procedure, that is built on a set of observed regularities in the relation between component

    characteristics and processing equipment costs, as well as notions of activity based costing. The

    paper will discuss existing costing methods, describe the SCM approach and then test the

    methodology against existing detailed cost estimations procedures.

    2. Estimating Manufacturing Cost

    2.1. Top down approaches to estimation of component cost

    The earliest and still one of the most widely used techniques for evaluating the cost of

    manufacturing processes are simple rules of thumb. Designers or engineers with experience with

    the relevant technologies and processes usually develop rules that relate key variables of the

    process or material to the final cost (Busch and Field III 1988). For example, markup over

    - 2 -

  • materials cost is common among such rules. Another common manufacturing cost estimation

    procedure is to use accounting principles. A particularly popular application of these principles

    is activity based costing (ABC), which attributes direct and overhead costs to products and

    services on the basis of the underlying activities that generate the costs gathered from firm

    accounting information (Cooper and Kaplan 1988). Accounting ABC is based on historical and

    descriptive information. Therefore, when successfully applied, it enables a good understanding

    of existing critical cost drivers and it allows more accurate decisions of pricing and marketing.

    Nevertheless, because of its retrospective and contextual nature, ABC it is of limited help to

    engineers and designers concerned with improving manufacturing lines or choosing between

    alternative materials in during design.

    The lack of accuracy and the reliance on contextual data to estimate manufacturing cost has

    prompted the development of more accurate methods, and especially ones that enable an

    estimation of cost at the design stage. Cost estimation during design, especially in early stages, is

    a difficult task because there is limited information about the characteristics of the product. It is

    also of crucial importance because design decisions condition most of the product cost.

    According to OGrady et al. (1991), Ford estimates that design decisions determine 70% of the

    production cost.

    Two different approaches have been followed in the development of manufacturing cost models.

    The first can be characterized as a top-down approach. This method aims at establishing a

    relationship between cost and critical product and/or process parameters. These range from high-

    level functional attributes to detailed manufacturing characteristics. Bode (2000) provides a good

    example of high-level functional estimation. He tests the relationship between the cost of a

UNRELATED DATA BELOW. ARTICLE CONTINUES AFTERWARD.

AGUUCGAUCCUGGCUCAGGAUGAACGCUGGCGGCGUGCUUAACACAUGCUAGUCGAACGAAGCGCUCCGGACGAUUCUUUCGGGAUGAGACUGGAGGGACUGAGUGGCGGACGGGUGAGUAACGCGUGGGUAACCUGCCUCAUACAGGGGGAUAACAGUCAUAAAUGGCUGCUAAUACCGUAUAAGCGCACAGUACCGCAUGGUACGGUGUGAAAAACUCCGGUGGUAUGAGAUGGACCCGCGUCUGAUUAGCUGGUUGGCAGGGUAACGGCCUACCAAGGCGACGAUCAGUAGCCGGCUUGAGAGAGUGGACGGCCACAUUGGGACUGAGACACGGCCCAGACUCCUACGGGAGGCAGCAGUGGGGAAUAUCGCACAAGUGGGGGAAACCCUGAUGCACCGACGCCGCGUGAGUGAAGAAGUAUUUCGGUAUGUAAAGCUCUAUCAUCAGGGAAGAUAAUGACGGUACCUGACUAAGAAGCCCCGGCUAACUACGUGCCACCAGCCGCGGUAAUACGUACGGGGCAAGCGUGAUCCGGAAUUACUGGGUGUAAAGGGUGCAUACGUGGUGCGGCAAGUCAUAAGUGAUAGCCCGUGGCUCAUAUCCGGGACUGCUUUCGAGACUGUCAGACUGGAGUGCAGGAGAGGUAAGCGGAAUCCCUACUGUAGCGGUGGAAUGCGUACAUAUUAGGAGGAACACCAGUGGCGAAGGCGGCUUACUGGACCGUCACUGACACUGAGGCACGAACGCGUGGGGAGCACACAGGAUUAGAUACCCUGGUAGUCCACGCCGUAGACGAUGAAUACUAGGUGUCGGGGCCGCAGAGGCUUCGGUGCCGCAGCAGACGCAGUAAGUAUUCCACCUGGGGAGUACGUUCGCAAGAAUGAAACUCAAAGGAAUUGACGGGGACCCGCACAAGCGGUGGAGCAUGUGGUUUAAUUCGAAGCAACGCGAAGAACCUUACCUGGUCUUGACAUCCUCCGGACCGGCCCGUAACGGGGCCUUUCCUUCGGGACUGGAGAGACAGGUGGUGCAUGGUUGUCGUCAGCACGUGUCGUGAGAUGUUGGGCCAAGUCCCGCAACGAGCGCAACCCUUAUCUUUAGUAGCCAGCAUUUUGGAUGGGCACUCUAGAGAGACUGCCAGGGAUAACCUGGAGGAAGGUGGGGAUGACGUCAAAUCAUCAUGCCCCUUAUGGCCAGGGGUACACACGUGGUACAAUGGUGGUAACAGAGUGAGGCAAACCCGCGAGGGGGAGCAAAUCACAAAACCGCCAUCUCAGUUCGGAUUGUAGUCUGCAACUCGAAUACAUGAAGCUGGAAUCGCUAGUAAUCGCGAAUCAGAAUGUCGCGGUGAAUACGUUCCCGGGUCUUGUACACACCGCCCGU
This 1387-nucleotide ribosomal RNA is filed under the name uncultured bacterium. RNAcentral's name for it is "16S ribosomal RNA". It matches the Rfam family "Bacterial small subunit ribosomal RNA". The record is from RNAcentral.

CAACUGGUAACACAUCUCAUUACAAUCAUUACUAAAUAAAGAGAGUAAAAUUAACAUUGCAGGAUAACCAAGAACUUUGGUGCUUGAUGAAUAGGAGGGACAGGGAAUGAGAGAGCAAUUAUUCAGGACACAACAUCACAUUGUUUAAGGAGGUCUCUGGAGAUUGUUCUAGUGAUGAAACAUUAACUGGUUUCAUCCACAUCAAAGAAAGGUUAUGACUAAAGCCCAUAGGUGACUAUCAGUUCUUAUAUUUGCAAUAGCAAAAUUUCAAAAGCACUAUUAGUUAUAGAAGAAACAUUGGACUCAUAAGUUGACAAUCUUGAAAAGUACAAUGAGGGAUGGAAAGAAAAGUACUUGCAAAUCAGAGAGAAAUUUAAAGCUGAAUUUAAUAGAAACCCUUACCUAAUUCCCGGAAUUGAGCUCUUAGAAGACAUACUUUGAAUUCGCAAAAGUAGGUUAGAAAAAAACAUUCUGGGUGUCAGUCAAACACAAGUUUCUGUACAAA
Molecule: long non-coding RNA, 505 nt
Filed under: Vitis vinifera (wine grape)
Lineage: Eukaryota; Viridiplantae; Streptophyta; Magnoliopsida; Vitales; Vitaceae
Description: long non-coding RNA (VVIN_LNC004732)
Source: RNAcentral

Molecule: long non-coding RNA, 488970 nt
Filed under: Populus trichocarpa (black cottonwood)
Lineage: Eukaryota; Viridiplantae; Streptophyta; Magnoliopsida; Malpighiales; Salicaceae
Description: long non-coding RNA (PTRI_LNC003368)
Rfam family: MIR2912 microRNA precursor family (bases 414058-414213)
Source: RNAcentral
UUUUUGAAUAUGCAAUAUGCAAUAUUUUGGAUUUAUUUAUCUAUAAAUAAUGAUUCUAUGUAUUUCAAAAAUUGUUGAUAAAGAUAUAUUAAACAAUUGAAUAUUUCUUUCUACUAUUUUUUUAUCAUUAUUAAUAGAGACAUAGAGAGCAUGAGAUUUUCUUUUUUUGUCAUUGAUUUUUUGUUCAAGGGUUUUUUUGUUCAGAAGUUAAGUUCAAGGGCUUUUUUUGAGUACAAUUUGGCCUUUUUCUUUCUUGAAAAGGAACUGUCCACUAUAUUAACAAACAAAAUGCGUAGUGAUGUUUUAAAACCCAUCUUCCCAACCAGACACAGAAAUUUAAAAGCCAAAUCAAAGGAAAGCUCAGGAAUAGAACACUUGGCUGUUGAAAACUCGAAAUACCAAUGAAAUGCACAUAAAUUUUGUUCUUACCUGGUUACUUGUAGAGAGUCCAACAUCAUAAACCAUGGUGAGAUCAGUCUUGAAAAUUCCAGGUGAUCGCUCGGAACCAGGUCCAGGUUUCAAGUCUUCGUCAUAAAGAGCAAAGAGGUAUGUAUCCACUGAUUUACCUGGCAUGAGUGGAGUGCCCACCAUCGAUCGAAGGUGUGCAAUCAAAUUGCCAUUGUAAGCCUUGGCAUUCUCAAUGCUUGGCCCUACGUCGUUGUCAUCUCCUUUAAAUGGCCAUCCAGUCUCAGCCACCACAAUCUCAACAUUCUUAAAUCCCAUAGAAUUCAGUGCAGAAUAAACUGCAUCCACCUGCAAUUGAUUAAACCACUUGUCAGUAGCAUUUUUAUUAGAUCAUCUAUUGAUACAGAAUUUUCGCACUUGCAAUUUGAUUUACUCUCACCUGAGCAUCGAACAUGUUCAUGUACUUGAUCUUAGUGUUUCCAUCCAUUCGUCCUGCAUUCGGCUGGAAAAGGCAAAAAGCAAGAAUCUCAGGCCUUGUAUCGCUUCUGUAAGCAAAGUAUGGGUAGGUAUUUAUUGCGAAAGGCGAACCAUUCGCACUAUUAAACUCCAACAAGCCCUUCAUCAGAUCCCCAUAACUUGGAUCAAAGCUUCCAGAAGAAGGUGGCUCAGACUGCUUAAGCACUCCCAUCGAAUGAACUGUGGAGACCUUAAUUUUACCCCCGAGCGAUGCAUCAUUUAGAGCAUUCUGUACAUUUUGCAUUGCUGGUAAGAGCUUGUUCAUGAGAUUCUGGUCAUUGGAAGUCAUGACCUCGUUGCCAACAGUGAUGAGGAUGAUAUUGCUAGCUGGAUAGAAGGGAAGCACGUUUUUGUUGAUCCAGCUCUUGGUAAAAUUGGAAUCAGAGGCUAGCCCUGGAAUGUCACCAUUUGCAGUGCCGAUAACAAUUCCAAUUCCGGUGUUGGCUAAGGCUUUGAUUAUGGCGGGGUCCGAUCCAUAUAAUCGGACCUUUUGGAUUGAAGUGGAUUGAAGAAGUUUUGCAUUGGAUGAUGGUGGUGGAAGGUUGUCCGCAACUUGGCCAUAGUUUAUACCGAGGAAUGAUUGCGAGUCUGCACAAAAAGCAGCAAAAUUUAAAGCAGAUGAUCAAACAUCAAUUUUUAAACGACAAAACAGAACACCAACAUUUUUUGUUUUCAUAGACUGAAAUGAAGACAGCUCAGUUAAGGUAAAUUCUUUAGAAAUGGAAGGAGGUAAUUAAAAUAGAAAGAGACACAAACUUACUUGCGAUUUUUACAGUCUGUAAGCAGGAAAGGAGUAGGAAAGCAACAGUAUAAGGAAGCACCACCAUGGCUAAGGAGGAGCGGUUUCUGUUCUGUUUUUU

personal computer and the size of the memory and hard disk, the type of CPU, the speed,

    presence of a CD-Rom, screen type as well as production volume. By contrast, Mileham et al.

    (1993) relates cost of an injection-molded part to product weight, production volume, cycle time

    and machine size. Regardless of the desired level of abstraction, all these methods entail

    gathering information about cost and relevant parameters for a large number of items in the same

    category or group and then using a statistical method to establish the desired relationship

    between both sets of information.

    - 3 -

  • Parametric regression based cost estimation methods are the most common (Cochran 1976;

    Datar, Kekre et al. 1993; Mileham, Currie et al. 1993; Shtub and Versano 1999). The cost

    engineer will a priori determine a cost function with relevant parameters based on his experience

    and then derives it through statistical regression methods using past case data. The major

    difficulty of these methods is that the cost engineer must have a sufficiently accurate cost

    function a priori to be able to make the estimation. When such functional relationship is not

    obvious, these methods may not yield adequate results. As a consequence of these shortcomings,

    research in top-down estimation methods has evolved towards experimenting with non-

    parametric approximations (Asiedu, Besant et al. 2000), neural network calculations (Shtub and

    Versano 1999; Bode 2000; Wang, Stockton et al. 2000) and pattern recognition approaches

    (Rehman and Guenov 1998; Ten Brinke, Lutters et al. 2000). Neural networks fit curves through

    data without being provided a predetermined function, estimating both the shape and parameter

    values of the cost function in one step. Therefore, they are able to detect hidden functional

    relationships between product attributes and cost, including relationships unknown to